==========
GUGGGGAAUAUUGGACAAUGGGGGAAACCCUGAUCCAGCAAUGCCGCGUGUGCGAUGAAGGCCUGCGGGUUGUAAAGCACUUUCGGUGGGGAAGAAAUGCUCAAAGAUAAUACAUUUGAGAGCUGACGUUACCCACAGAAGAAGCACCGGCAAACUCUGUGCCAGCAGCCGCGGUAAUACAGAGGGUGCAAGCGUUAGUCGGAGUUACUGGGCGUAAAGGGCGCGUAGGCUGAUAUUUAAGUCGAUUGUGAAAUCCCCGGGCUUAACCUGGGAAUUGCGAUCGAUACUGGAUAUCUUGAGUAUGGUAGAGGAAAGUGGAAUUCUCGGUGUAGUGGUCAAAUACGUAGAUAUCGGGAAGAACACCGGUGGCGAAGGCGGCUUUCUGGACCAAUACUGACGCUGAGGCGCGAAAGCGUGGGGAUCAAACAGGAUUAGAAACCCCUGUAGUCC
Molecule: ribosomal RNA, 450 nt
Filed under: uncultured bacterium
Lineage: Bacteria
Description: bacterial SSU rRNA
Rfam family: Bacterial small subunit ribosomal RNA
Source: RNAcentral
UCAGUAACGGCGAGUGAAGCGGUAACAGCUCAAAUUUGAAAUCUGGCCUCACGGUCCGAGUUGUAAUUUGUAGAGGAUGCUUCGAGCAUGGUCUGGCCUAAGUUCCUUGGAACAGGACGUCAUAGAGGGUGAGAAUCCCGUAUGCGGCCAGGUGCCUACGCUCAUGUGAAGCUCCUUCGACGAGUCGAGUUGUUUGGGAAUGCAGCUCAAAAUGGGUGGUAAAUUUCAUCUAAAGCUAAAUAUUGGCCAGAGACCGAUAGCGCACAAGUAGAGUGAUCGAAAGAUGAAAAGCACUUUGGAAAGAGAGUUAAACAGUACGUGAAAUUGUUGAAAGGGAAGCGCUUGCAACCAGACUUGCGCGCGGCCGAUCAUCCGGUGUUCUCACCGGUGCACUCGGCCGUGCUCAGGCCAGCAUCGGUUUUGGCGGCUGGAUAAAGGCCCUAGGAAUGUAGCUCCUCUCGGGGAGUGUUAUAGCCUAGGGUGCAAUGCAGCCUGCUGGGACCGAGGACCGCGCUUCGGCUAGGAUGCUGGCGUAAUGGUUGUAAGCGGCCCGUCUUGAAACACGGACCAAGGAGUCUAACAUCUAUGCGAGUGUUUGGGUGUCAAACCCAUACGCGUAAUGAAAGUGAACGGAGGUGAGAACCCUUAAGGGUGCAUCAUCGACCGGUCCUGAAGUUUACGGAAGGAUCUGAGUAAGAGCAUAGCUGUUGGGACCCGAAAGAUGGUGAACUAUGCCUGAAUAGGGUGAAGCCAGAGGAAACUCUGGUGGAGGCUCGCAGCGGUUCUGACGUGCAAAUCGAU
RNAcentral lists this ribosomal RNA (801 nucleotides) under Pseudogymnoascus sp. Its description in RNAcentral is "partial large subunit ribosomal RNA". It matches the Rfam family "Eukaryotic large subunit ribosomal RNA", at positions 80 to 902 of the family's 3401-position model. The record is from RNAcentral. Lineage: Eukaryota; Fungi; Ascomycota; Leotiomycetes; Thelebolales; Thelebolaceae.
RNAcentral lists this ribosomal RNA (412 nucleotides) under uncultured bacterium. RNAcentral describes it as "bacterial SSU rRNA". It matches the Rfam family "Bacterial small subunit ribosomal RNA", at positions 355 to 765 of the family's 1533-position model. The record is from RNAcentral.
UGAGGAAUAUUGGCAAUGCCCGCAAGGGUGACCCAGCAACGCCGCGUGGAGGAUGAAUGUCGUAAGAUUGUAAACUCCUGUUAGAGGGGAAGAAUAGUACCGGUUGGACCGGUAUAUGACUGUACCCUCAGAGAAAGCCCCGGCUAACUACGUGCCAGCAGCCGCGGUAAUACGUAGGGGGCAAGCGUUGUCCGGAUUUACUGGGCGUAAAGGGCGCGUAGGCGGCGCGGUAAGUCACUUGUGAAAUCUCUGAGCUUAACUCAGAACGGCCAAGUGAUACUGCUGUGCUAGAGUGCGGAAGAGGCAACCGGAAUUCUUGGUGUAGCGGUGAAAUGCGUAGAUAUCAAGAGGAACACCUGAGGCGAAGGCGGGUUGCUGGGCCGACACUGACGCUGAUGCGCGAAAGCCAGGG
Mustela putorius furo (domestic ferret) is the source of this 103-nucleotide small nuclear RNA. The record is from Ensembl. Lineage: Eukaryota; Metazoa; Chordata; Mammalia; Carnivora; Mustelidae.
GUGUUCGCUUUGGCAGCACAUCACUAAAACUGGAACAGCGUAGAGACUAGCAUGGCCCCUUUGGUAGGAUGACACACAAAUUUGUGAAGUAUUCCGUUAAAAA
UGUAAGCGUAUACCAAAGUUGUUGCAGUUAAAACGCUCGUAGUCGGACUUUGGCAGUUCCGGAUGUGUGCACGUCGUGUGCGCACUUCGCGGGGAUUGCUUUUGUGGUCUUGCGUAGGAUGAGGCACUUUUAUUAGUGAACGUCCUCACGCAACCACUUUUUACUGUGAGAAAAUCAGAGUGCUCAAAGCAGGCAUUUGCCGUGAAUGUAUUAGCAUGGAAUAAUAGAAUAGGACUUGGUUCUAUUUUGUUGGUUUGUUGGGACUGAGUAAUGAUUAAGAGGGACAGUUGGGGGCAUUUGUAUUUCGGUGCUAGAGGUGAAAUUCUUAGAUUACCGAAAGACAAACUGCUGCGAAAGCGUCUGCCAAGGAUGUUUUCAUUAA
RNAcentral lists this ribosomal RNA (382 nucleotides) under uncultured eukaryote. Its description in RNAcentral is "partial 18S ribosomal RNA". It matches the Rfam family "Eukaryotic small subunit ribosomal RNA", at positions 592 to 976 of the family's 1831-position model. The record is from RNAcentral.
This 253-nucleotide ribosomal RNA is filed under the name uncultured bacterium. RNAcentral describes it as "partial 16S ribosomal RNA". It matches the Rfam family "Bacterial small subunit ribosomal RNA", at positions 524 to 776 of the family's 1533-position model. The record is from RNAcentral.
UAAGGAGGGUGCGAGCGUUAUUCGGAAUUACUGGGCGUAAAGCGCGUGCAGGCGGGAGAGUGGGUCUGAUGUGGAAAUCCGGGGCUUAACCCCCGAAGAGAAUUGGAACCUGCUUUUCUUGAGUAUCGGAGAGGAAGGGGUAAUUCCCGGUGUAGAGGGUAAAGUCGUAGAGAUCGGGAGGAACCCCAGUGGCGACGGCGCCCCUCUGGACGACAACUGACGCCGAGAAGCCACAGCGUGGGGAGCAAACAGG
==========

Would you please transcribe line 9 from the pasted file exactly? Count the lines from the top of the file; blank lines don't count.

RNAcentral lists this ribosomal RNA (801 nucleotides) under Pseudogymnoascus sp. Its description in RNAcentral is "partial large subunit ribosomal RNA". It matches the Rfam family "Eukaryotic large subunit ribosomal RNA", at positions 80 to 902 of the family's 3401-position model. The record is from RNAcentral. Lineage: Eukaryota; Fungi; Ascomycota; Leotiomycetes; Thelebolales; Thelebolaceae.